3-way audio selector/splitter

I've got a computer setup in which I have different audio requirements for different situations. I use my computer for gaming, music and movies. When I game, I want to use my headset/headphones. When I listen to music, I use my nice PC speakers, and when I watch DVDs (Or one of my many downloaded television shows), I use my DVD rom and port the picture and sound from my PC to my TV.

Here's my problem. Anytime I switch modes, I need to crawl under my desk and swap one of the audio plugs (headphones, PC speakers or pc2tv line. What I imagine would solve my problem is a 3 way splitter with a selector switch on it that sits on my computer desk. Each of the three cords will plug into it and the selector would plug into my sound card. Depending which function I want to use my computer for, I could just flip the switch on the slector/splitter to the appropriate spot and that source would get a direct feed from my sound card.

So, my question is.... does that kind of product exist? If not, is it easily made? It doesn't seem like it'd be that complicated, but I don't know if the demand is enough for such a product to exist.

Any help in locating or making one would be greatly appreciated.


---MY RIG---
MSI Nforce2 (K7N2) w/ Athlon XP 3200+
1GB PC-2700 Kingston Value
Chaintech 6800NU (360/765)
WD800JB 80GB, Maxtor 250GB
Sony DVD-RW, Pioneer 16X DVD, 15GB USB2.0 HDD
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More about audio selector splitter
  1. Sounds like you are in dire need of an A/V receiver.

    Otherwise, you'd need some pretty arcane setups for this. There are two-way splitters, and you could certainly use two of them to form a 3-way, although you'd still have to go under the desk to plug/unplug the source (it just wouldn't be reaching around the desk anymore). The quality will deteriorate, but since I assume you aren't running high end headphones or bookshelf speakers, it won't matter too much too you.
  2. Radio Shack

    <A HREF="http://btvillarin.com/punbb/viewtopic.php?pid=20385#p20385" target="_new"> My Puter </A>
  3. I think your best bet is to get a x-fi sound card with a exteral audio connector it has many different outs on it (as well as many ins)
    a front headphone connector, with volume control
    and rca for your tv and stereo.
    only problem is its 400$
    but if you enjoy really really good audio it might be worth it. plus if your a gamer it has 64mb on it, as well as 3d audio from a pair of headphones!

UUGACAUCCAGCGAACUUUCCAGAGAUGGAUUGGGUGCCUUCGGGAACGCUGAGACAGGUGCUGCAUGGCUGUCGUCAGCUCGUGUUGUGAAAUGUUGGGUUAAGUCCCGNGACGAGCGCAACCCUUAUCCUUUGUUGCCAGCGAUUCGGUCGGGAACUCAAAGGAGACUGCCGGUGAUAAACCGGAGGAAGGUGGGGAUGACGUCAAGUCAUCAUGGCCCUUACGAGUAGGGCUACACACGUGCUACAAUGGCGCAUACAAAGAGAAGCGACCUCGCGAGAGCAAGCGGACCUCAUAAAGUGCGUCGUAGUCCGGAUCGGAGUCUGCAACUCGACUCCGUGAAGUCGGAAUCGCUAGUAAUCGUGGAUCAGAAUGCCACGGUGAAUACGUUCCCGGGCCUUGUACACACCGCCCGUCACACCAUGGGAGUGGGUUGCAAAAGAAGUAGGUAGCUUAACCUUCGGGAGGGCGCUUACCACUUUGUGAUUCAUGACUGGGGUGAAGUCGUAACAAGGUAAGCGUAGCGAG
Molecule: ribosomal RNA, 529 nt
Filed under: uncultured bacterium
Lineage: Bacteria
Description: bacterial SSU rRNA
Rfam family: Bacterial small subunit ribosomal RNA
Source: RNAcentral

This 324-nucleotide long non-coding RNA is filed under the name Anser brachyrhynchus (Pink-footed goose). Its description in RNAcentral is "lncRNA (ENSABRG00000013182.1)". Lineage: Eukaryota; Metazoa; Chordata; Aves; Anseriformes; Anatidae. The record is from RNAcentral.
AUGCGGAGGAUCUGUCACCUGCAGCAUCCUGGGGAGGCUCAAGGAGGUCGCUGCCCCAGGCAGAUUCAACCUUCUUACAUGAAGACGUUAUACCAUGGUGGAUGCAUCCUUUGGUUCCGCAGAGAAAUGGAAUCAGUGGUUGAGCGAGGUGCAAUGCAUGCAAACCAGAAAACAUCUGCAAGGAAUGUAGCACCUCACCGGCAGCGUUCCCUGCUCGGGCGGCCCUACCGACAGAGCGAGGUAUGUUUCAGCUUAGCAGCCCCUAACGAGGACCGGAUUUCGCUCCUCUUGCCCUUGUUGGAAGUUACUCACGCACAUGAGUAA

another way you can do it is to get extensions for your cords and place them on your desk and when you need to switch you physically swap the wires with no crawling under the desk. should cost you like 20$
  4. For $400 you could get a 2.0 setup that sounds better than any PC speakers AND still have budget for a powerful digital receiver.

    Expensive sound cards are for people with huge budgets and tiny rooms, who'll drop $400 on a sound card to self-amplfied, cheap computer speakers (actually computer speakers at any price aren't sonically competitive to actual bookshelf speakers, you are, AGAIN, paying for a spacing saving product). If you have the space, buy BETTER STUFF.
  5. Does your soundcard have digital output.
    Feel like spending $$$.

    If you bought a home theater reciever and 5.1 speakers you could listen to music and DVD's in style and still use keep your headphone connected for gaming.

    Don't have the $$$

    Buy a $6 Audio Extension cable. Duck tape it to the side of your desk next to the jacks for your headphones, TV, Speakers. :)

    If you are feeling extravagant use adhesive hooks, cable ties and vecro instead of duct tape.


    Who needs ram on a soundcard? More importantly who is going to waste development time on games that require $250-$400 sound cards. Most people who buy the games have video cards that cost half that.

    Someday you will want RAM on your soundcard for high end gaming but by there is going to be an X-Fi 2 with it for arround $100.

    I am however impressed with my X-Fi new Extreem Music ($130), but that was an upgrade from a 5 year old SB Live 5.1 :)
  6. What if you use an amplifier instead so you won't crawl under your desk anymore. You can plug all you want and so with your TV. Just a click on the remote control of your amplifier and instantly you can access whatever you want. It'll just cost you a bit though.
  7. Yep usually you can pick up a decent 5.1 receiver/amp for not a lot of money.
    Go from your sound card to the receiver then run it to what ever you need. Problem with that is it takes up space.I have mine running through an older Pioneer VSX elite 36 receiver . From my card to my receiver is ran by optic.
    Also have a Yamaha rx-v1200 6.1 in the garage that would work just as wel depends on you brand prefernce.
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